In conclusion, traveling from a young age has many benefits that span over a multitude of areas. Not only does travel expand one’s worldview and potentially challenge one’s beliefs, but it also benefits one’s social and critical thinking skills, establishes strong, lifelong habits and encourages one to grow into a more confident, true version of themselves.

When one can cultivate those from a young age, it only sets them up for a brighter future.

The world is connected—now more than ever—and travel helps to develop a well-rounded citizen of this world.

Earth is facing unprecedented problems, which is requiring people to work together on a global scale, like never before. Travel can create a sense of empathy and universal humanity, which can pull apart barriers and allow humankind to partner together on this unparalleled scale.

One question: where to next?

Until Next time, RockonLIVING, friends!

Visiting Sequoia and Yosemite National Parks

The beauty of the United States National Parks

Visiting the National Parks is an experience like no other. Our family has traveled to Europe and stood in awe of history from previous civilizations that date five to six thousand years ago. However, when you visit the National Parks out west you are looking back in history millions, millions, of years ago. It is nature on steroids, geology in motion and a sanctuary from our fast-paced- technology-laden society. In this post, we will share our experience exploring Sequoia National Forest and Yosemite National Park.

COMING SOON! The collaborative and creative juices are flowing here at Rockonliving and we are excited to announce that we are working on creating travel guides for the places we visit with more detailed information. For example, does the Octagonal home below interest you? In our Yosemite Guide, we will provide booking, contact information, pricing and things to consider booking this home in California. These guides will also include feedback and input from all the members of the Rockonliving family! We hope to share our lessons learned and make it easier for you to begin your Adventures! We are excited! The blog with be evolving soon – Stay Tuned!

Adventure! One of our family’s favorite words!
The was hung on wall pointing towards the door at our Squaw Valley Air B&B.
We took this as a good “sign”

As we shared in our previous post, our adventure to California started a little rocky with the theft of three of our five backpacks within 20 minutes of our arrival. If you want to hear more about that experience and our Top Ten list of things to do when you are robbed on vacation we would invite you to visit our website for the article, “Visiting Yosemite National Park – and being robbed within 20 minutes of arrival to California. Good Times.” If there was a “good time” to be robbed, for us it was nice timing in that we had a cushion of 4 days at the front end of our journey to Yosemite where we had rented a way cool octagonal home in Squaw Valley.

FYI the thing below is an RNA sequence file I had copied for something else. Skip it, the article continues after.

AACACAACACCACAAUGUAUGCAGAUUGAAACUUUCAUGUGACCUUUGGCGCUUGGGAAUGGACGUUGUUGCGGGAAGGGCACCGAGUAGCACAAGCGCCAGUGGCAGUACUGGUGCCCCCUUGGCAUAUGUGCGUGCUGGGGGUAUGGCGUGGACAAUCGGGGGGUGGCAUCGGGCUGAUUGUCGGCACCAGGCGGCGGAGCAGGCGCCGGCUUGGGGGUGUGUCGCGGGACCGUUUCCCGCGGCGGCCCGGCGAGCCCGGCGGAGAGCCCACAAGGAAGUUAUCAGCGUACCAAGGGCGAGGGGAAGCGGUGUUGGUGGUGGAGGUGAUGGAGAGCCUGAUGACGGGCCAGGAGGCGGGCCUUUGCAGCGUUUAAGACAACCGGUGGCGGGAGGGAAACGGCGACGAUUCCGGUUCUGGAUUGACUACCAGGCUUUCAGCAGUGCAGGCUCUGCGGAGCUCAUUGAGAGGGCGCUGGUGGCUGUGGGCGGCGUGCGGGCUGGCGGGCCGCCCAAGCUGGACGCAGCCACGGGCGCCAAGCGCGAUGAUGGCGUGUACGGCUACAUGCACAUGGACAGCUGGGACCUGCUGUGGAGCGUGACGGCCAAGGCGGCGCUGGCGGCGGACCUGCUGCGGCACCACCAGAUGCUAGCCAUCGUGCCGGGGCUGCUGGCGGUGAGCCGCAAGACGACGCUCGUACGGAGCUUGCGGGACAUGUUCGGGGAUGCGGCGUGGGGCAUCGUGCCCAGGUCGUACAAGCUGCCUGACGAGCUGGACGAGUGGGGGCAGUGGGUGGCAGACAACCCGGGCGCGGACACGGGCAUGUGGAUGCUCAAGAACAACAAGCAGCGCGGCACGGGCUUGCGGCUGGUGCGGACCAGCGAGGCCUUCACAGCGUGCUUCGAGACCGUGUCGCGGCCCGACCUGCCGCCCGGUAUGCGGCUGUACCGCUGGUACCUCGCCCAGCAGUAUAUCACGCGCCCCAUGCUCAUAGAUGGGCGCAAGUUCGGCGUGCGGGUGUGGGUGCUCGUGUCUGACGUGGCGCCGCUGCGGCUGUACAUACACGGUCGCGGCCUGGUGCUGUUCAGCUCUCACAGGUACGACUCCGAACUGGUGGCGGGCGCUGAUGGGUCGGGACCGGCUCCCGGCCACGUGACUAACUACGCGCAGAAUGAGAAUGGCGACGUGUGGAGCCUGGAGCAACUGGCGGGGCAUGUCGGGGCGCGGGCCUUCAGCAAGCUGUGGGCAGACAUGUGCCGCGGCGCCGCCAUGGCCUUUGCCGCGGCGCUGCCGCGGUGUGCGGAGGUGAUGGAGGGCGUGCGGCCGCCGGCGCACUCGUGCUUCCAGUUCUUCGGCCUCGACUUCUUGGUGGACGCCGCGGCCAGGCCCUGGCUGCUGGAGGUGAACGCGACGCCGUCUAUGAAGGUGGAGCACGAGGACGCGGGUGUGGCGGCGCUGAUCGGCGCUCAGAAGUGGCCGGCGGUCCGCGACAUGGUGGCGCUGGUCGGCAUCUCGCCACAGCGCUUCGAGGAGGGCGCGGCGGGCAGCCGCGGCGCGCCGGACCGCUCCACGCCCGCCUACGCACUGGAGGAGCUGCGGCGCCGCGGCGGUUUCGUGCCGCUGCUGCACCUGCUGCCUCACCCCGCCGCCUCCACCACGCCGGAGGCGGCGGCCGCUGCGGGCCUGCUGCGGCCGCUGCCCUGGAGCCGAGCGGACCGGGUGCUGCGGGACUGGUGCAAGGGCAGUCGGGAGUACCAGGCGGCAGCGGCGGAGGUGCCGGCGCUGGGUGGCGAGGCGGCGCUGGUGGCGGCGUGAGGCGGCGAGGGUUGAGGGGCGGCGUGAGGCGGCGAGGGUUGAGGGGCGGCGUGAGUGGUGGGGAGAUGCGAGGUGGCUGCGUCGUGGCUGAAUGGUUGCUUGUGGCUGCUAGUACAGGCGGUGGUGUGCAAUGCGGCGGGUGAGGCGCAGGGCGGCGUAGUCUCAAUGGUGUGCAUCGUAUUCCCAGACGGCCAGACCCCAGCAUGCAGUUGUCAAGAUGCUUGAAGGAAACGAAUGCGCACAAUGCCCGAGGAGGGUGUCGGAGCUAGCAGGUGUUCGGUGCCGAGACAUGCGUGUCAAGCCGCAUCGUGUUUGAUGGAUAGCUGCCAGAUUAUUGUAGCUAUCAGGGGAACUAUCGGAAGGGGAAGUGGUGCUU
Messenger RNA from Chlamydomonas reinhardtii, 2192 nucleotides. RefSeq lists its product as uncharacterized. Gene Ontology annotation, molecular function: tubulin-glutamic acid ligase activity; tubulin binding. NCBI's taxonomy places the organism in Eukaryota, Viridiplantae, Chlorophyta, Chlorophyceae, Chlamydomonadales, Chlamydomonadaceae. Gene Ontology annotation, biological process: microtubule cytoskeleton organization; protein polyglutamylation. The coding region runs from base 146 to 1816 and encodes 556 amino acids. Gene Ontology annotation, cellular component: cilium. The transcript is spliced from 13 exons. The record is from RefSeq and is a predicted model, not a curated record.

Each one of us had a different experience and were processing the robbery in our own way. This home and location provided us with a feeling of safety, beauty and space to discuss, cry and reflect on what occurred in Oakland. We used this time to rest, recover and replace stolen items. We felt so fortunate the owner of the home was kind, sympathetic and helpful to our situation.

Below are some pictures of the home and location. The closest town or shopping was about one hour away. If we had not been robbed, our original plan was to shop upon arrival on the way to the house and then other than a trip to the Sequoia National Park, enjoy the views, local hikes and evenings of family connection.

However, due to the need for us to replace entire wardrobes, glasses, contacts, toiletries, and electronics we ended up spending a couple of our days “in town” handling business.

Sequoia & Kings Canyon National Park

Sequoia National Park,”The Land of Giants” was the balm our family needed. The trees in this park are larger and older than you can imagine. The tallest tree being some 300 feet tall. If you know me, you know I am a forest bather and lover of all things trees. Walking among the giant trees and taking in all the scents of cedar, pine and the forest was intoxicating.

I have an essential oil named “Hinoki” recommended in the book, “Forest Bathing – How Trees can Help you Find Health and Happiness” (beautiful book, highly recommend) by Dr. Qing Li that I recognized immediately upon entering the forest.

This park was super easy to navigate. Our family takes our time during exploration and if a guide book recommends 2-4 hours, you can bet we will take the full four hours (and then some.) With that said, our visit lasted about 3 hours. While the park was “busy” we never felt crunched or rushed. To describe the time in this park as a sacred moment with Mother Nature would be an understatement.

ROCKONLIVING TIP: WiFi is terrible in National Parks. But, that is good, right? Even in the “WiFi Lounges” we were not able to secure reliable service.

Yosemite National Park was by far the most beautiful park we have ever visited. While I feel like I am cheating on Yellowstone National Park making this proclamation of love, let me explain. Yellowstone National Park (see previous posts), to me, was an experience of time travel and natural geological experiences you cannot even begin to imagine. I felt like Yellowstone had so many cool “things” to see – mudpots, valleys, geyers, animal life.